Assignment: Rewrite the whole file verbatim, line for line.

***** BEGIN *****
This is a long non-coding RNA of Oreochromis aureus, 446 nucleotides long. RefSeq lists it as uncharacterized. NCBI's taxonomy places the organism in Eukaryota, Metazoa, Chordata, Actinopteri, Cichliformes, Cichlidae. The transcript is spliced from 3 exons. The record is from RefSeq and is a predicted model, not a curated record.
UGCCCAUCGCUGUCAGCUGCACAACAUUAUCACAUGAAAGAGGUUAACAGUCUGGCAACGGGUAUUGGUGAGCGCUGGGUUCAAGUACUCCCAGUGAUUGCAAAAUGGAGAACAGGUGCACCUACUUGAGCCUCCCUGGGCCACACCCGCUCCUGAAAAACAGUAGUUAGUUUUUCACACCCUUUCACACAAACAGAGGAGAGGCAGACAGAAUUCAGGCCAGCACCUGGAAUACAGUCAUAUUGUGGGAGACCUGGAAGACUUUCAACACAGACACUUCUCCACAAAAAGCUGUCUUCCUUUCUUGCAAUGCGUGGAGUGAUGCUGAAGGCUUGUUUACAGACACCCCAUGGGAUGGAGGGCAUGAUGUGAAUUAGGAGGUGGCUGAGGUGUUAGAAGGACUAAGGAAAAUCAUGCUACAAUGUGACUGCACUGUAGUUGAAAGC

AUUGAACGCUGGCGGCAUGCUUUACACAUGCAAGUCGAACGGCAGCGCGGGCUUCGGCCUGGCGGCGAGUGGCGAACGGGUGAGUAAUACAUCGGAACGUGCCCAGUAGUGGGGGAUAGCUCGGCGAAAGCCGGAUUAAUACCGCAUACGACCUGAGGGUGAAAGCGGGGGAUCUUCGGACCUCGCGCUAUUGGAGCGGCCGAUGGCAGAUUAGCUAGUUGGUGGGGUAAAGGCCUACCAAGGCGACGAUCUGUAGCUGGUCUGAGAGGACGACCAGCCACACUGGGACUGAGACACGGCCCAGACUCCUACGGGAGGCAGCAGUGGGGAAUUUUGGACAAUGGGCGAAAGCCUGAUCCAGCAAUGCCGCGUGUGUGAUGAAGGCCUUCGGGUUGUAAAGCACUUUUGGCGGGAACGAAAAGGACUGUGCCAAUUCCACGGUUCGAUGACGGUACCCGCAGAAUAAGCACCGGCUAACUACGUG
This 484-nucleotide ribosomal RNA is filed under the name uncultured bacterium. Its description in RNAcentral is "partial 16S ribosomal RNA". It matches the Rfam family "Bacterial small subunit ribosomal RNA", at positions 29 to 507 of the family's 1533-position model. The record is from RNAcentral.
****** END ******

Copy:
This is a long non-coding RNA of Oreochromis aureus, 446 nucleotides long. RefSeq lists it as uncharacterized. NCBI's taxonomy places the organism in Eukaryota, Metazoa, Chordata, Actinopteri, Cichliformes, Cichlidae. The transcript is spliced from 3 exons. The record is from RefSeq and is a predicted model, not a curated record.
UGCCCAUCGCUGUCAGCUGCACAACAUUAUCACAUGAAAGAGGUUAACAGUCUGGCAACGGGUAUUGGUGAGCGCUGGGUUCAAGUACUCCCAGUGAUUGCAAAAUGGAGAACAGGUGCACCUACUUGAGCCUCCCUGGGCCACACCCGCUCCUGAAAAACAGUAGUUAGUUUUUCACACCCUUUCACACAAACAGAGGAGAGGCAGACAGAAUUCAGGCCAGCACCUGGAAUACAGUCAUAUUGUGGGAGACCUGGAAGACUUUCAACACAGACACUUCUCCACAAAAAGCUGUCUUCCUUUCUUGCAAUGCGUGGAGUGAUGCUGAAGGCUUGUUUACAGACACCCCAUGGGAUGGAGGGCAUGAUGUGAAUUAGGAGGUGGCUGAGGUGUUAGAAGGACUAAGGAAAAUCAUGCUACAAUGUGACUGCACUGUAGUUGAAAGC

AUUGAACGCUGGCGGCAUGCUUUACACAUGCAAGUCGAACGGCAGCGCGGGCUUCGGCCUGGCGGCGAGUGGCGAACGGGUGAGUAAUACAUCGGAACGUGCCCAGUAGUGGGGGAUAGCUCGGCGAAAGCCGGAUUAAUACCGCAUACGACCUGAGGGUGAAAGCGGGGGAUCUUCGGACCUCGCGCUAUUGGAGCGGCCGAUGGCAGAUUAGCUAGUUGGUGGGGUAAAGGCCUACCAAGGCGACGAUCUGUAGCUGGUCUGAGAGGACGACCAGCCACACUGGGACUGAGACACGGCCCAGACUCCUACGGGAGGCAGCAGUGGGGAAUUUUGGACAAUGGGCGAAAGCCUGAUCCAGCAAUGCCGCGUGUGUGAUGAAGGCCUUCGGGUUGUAAAGCACUUUUGGCGGGAACGAAAAGGACUGUGCCAAUUCCACGGUUCGAUGACGGUACCCGCAGAAUAAGCACCGGCUAACUACGUG
This 484-nucleotide ribosomal RNA is filed under the name uncultured bacterium. Its description in RNAcentral is "partial 16S ribosomal RNA". It matches the Rfam family "Bacterial small subunit ribosomal RNA", at positions 29 to 507 of the family's 1533-position model. The record is from RNAcentral.